Animal bio-mechanics: Study of animal locomotion with a focus on their adaptive attachment mechanisms.
1. Bio-inspired adaptive attachment mechanisms (solid-solid, solid-granular and solid-fluid interactions):
Designing an efficient all-terrain robot has been a challenge for roboticists. Such a robot would be specifically beneficial for exploratory or search-and-rescue missions. One of the main problems in designing such robots with onboard power and control is energy management. Thus, a universal attachment mechanism that could provide a good grip to a wide range of complex environments would be a key component of efficient all-terrain robots. In order to address this issue, we investigate how particular animal species are successful in locomoting long distances over a variety of surfaces effectively. We would like to extract the key physical principles of solid-solid, solid-granular, and solid-fluid interactions animals such as lizards and octopuses make with their environments and implement these principles in an adaptive and universal attachment mechanism for robotic locomotion.
2. Magnetic micro-robots for medical applications:
Robotic technologies have significantly enhanced medical procedures in the past few years. Robotic surgery and rehabilitation are now widely being used in medical centers. Micro-robotic systems, in particular, have great potential to revolutionize medical diagnostics and treatment. An un-tethered micro-robot could be used for early diagnostics, microsurgery, targeted drug-delivery, and several other medical operations. We would like to design, fabricate, and experimentally test un-tethered magnetic micro-robots that can maneuver inside the human body effectively and perform such medical tasks.
3. Space Robotics:
Asteroid mobility has been a continuous challenge in the space sector. The micro gravity of an asteroid presents serious problems for common forms of mobility such as wheeled vehicles. Compounding this issue is the prevalence of deep granular regolith rather than solid ground on many large asteroids such as Phobos and Itokawa, which prevent approaches such as magnetic or grip anchoring.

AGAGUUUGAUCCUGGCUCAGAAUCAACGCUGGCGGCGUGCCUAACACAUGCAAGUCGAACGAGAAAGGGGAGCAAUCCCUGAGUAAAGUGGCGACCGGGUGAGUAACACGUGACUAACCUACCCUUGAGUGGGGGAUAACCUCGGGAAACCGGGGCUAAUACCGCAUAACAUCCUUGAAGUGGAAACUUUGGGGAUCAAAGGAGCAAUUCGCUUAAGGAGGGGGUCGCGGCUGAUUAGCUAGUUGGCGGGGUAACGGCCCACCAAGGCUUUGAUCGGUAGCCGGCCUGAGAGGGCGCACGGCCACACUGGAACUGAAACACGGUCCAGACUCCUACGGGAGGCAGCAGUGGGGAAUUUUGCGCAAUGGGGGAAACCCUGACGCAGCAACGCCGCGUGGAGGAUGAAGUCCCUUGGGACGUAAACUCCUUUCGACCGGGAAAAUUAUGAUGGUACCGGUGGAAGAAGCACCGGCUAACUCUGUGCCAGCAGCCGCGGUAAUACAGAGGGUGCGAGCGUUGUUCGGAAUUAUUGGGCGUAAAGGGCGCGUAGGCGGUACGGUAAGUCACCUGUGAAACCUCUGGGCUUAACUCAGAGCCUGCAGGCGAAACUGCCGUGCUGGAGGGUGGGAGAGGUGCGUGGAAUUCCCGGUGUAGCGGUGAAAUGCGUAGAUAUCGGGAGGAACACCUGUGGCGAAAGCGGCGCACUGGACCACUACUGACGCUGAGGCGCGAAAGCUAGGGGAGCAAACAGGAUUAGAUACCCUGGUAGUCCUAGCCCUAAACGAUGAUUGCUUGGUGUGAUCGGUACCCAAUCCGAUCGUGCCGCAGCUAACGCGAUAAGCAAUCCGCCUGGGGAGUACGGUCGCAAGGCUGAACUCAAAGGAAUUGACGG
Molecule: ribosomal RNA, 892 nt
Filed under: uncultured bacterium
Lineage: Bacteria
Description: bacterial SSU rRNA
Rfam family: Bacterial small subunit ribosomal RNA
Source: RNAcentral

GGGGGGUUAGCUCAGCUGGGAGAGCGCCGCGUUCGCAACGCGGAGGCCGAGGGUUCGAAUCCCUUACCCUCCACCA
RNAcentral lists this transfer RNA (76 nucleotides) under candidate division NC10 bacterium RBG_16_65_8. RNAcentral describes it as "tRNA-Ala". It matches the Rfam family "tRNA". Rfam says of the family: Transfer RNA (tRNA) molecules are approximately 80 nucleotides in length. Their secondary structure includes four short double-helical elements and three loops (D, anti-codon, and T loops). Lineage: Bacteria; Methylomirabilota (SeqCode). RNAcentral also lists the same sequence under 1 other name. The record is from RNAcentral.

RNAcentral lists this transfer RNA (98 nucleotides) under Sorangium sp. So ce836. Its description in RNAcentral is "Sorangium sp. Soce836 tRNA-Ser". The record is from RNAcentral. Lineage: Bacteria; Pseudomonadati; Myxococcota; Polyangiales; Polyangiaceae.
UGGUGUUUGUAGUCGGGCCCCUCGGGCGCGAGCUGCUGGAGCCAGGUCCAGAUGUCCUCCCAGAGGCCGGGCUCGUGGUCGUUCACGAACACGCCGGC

Screw-propelled locomotion has been widely used for terrestrial applications such as transportation over mud, snow, and amphibious environments. These types of vehicles were considered during the design of the first lunar rover, given their success in aqueous and arctic media. However, there have not been any studies about the potential effectiveness of screw-powered vehicles on a small body environment such as an asteroid. We would like to design, fabricate, and experimentally test a screw powered vehicle that can continuously navigate a granular, microgravity environment.
4. Octopus project:
Inspired by the distributed sensing and actuation of octopuses, we would like to design, fabricate, and control robust and autonomous soft arms with force-sensitive hydrogel “muscles” and embedded silver “neuron” network. The distributed control achieved via local sensing, processing, and actuation enables high-level tasks such as grasping, twisting, and propulsion without central control.
Physics of Animal Interactions with their Complex Environments and Developing Bio-inspired Robotic Systems
1. Sidewinding Locomotion of Snakes and Snake-robots on Sandy Hills